It has been almost two months since my surgery. The physical recovery was tough – and very visible. Not so visible is the emotional recovery. The big “C” word has been a part of my daily life again and I have avoided writing about it, which gives it even more prevalence. However, I do know that sharing my journey may help others, so with a deep breathe, here I go—I’m back.
It’s not an easy time to try to hide from cancer either. Elizabeth Edwards and Farah Fawcett have been front and center in the news about their journeys, both with terminal cancer. And then there’s Izzy on Grey’s Anatomy. I could not watch a hospital-based show for a couple of weeks after my surgery. (No more needles please!) My friend Bobbie sat with me to watch the show when Izzy started her treatment. She told me she went home and told her husband it was the most uncomfortable hour of her life, sitting there with me when the word cancer was spoken in virtually every segment of the show.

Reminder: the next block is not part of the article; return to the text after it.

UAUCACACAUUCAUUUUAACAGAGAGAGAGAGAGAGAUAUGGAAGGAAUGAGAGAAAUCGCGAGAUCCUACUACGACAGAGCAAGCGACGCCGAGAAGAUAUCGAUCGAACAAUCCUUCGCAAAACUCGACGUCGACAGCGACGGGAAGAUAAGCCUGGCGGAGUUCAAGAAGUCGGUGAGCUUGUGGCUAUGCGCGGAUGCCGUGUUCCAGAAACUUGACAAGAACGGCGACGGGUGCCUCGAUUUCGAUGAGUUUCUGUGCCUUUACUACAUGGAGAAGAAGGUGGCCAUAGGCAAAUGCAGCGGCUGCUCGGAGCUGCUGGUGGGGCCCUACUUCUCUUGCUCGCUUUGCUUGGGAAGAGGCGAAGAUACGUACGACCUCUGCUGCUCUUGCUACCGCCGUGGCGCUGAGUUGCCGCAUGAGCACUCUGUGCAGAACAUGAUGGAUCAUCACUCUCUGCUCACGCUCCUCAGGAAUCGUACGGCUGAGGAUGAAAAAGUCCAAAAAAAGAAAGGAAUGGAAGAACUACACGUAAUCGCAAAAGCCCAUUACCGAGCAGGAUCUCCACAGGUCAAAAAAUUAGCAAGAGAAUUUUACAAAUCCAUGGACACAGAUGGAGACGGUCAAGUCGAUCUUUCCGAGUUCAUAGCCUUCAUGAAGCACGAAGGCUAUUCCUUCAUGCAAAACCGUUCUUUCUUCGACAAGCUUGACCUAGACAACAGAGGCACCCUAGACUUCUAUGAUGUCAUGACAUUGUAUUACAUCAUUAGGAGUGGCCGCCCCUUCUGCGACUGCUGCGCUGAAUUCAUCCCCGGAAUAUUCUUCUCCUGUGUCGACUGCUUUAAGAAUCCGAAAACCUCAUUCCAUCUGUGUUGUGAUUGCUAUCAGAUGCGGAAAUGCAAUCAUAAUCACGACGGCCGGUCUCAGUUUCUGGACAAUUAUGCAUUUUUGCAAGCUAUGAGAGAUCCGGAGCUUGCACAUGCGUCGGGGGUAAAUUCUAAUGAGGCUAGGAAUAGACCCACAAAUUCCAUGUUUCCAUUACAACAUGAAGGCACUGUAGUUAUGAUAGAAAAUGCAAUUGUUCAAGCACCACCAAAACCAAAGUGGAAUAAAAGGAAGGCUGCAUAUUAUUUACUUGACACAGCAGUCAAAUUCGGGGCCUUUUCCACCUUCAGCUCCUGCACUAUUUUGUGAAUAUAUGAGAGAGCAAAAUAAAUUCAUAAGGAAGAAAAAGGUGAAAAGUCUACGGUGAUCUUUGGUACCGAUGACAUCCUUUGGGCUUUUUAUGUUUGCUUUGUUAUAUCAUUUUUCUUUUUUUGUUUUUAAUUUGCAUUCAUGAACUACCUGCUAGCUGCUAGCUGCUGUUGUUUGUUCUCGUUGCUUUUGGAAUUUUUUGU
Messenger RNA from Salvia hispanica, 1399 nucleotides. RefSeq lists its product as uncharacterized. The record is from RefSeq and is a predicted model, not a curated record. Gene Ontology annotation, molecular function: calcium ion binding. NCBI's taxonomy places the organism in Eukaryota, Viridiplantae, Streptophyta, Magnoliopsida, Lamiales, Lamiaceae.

I am participating in an on-line support group that is specifically for endometrial sarcoma survivors. The conversations and information have been illuminating and I don’t feel quite so alone with this rare (or unusual) disease. However, I don’t know if I want to continue getting 10 emails a day, reminding me I had cancer.
Back to details. My surgery was March 24 at Stanford University. Two tumors were found and one had spread to my small intestine. About 12 inches of my intestine had to be removed. Both tumors reoccurred where previous tumors had been—one in the right pelvic area and one at the top of the vagina. That had never happened before. It had always been one contained tumor.
I puzzled for weeks—what does this mean? Two tumors? One had spread? And that’s exactly what it is—a puzzle. There are no clear cut answers. I’ve learned that in the 12 years that I have dealt with this disease.
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